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Heart Disease

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The goals of testing for heart disease are to distinguish between symptoms that are heart-related and those that are due to another condition. Testing is ordered to help determine which heart disease is present, to determine whether the disorder is acute or chronic, to monitor a cardiac event that is in progress such as a heart attack, and to determine the severity and extent of the disease.

Heart disease that is causing few symptoms may be detected during a visit to a health practitioner for nonspecific symptoms such as fatigue. The healthcare provider may order a variety of blood and other tests to investigate possible causes of the person's symptoms.

Laboratory blood tests

Screening for risk of cardiovascular disease
Cardiac risk testing is performed to screen asymptomatic people to help determine their risk of developing coronary heart disease. A cardiac risk assessment is a group of tests and health factors that have been proven to indicate the chance of having a cardiovascular event such as heart attack or stroke. The factors considered include age, family history of heart disease, diet, physical activity, and blood pressure, for example. Laboratory tests may include:

  • Lipid profile (LDL-C,HDL-C, cholesterol, triglycerides)—a group of tests that examine the amount and type of lipids (fats) in the blood
  • hs-CRP—detects low concentrations of C-reactive protein, a marker of inflammation that is associated with atherosclerosis, among other conditions
  • Lp(a)—an additional lipid test that may be used to identify an elevated level of lipoprotein (a), a modification to LDL-C that increases risk of atherosclerosis; the test may be used in conjunction with a routine lipid profile to provide additional information.

Several other tests are being studied as potential markers for heart disease. See the article on Cardiac Risk Assessment for more on these.

Diagnosing heart attacks
When someone presents to the emergency room with a possible heart attack (acute coronary syndrome, ACS), the person is evaluated with a variety of laboratory blood tests and other tests, such as imaging procedures (see below). These are used to determine the cause of the pain and the severity of the condition. Since some treatments for a heart attack must be given within a short period of time to minimize heart damage, an accurate diagnosis must be quickly confirmed.

Tests for proteins that are released when muscle cells are damaged, often called cardiac biomarkers, are frequently ordered when someone has symptoms of acute coronary syndrome (ACS), such as chest pain, pain in the jaw, neck, abdomen, back, or that radiates to the shoulder or arms, nausea, shortness of breath, and lightheadedness.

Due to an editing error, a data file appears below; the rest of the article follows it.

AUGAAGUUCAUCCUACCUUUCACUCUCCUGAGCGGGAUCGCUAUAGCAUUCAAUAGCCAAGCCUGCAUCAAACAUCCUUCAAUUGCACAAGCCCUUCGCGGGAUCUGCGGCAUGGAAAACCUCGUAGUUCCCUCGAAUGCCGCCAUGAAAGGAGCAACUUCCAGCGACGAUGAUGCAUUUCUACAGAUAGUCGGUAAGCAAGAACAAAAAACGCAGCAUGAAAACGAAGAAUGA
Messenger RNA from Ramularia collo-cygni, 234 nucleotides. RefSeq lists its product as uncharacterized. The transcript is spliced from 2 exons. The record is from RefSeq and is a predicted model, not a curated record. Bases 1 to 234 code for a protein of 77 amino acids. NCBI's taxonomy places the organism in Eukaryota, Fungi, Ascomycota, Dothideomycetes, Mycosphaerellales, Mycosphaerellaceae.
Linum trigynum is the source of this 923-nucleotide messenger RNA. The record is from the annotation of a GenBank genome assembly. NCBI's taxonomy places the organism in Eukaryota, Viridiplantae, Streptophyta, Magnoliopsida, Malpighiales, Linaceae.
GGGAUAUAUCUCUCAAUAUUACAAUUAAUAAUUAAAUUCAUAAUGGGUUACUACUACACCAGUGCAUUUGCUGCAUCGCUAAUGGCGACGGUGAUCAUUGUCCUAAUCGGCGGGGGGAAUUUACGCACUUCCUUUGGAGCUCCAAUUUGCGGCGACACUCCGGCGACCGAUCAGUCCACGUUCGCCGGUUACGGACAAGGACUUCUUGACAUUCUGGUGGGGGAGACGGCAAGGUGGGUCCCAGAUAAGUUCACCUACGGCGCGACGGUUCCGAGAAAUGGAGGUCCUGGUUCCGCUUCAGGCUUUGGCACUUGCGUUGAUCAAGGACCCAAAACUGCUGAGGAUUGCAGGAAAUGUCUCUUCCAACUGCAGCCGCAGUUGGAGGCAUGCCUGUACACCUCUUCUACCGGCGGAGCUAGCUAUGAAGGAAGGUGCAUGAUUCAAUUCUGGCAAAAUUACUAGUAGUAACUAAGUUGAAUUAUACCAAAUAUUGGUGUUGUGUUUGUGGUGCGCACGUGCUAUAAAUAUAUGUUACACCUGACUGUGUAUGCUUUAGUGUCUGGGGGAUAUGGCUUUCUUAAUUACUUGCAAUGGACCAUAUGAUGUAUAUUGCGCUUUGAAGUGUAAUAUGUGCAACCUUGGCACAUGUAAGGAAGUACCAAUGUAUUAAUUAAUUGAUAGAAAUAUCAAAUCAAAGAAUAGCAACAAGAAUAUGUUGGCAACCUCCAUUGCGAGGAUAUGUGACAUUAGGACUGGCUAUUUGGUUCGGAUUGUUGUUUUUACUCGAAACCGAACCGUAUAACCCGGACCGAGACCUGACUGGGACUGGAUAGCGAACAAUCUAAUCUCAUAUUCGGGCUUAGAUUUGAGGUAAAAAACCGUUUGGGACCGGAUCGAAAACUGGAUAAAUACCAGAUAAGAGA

Tests include:

  • Troponin—the most commonly ordered and cardiac-specific of the markers; will be elevated within a few hours of heart damage and remain elevated for up to two weeks
  • CK-MB—one particular form of the enzyme creatine kinase that is found mostly in heart muscle and rises when there is damage to the heart muscle cells; this test has largely been replaced with the troponin test.
  • BNP or NT-proBNP—released by the body as a natural response to heart failure; increased levels of BNP, while not diagnostic for a heart attack, indicate an increased risk of cardiac complications in persons with ACS.

Tests for other heart diseases

  • BNP—because BNP is also released by the heart when it is stretched, BNP is also measured in those who have swelling of the legs or abdomen or shortness of breath to assist in diagnosis of heart failure.
  • Pericardial fluid analysis—by analyzing the fluid in the sac that surrounds the heart, health practitioners may be able to tell if the heart tissues are inflamed or have been damaged by trauma or infection or whether congestive heart failure has caused fluid to accumulate around the heart
  • Blood culture—may be done to identify infection of the heart (endocarditis)

More general blood tests that may be ordered include:

Other evaluations
A range of other evaluations and tests are used to assess chest pain and other symptoms. These include:

  • A medical history, including an evaluation of risk factors such as age, weight, diabetes, and smoking
  • A physical examination
  • An electrocardiogram (ECG or EKG)—a test that looks at the heart's electrical activity and rhythm
  • Echocardiography—ultrasound imaging of the heart

Based on the findings of these tests, other procedures may be necessary, including:

  • Stress testing (See a description on the Mayo Clinic website)
  • Chest X-ray
  • CT (computerized tomography) scan
  • Continuous ECG monitoring (sometimes also called Holter monitoring)—the person being tested wears a monitor that evaluates heart rhythm over a period of time.
  • MRI (magnetic resonance imaging)
  • PET (positron emission tomography)
  • Radionuclide imaging
  • Cardiac catheterization—in this procedure, a thin flexible tube is inserted into an artery in the leg and threaded up to the coronary arteries to evaluate blood flow and pressure in the heart and the status of the arteries in the heart.
  • Coronary angiography—X-rays of arteries using a radiopaque dye to help diagnose CAD; this procedure is performed during coronary catheterization.
  • Tilt table test—ordered to evaluate syncope

For more information on imaging tests, visit

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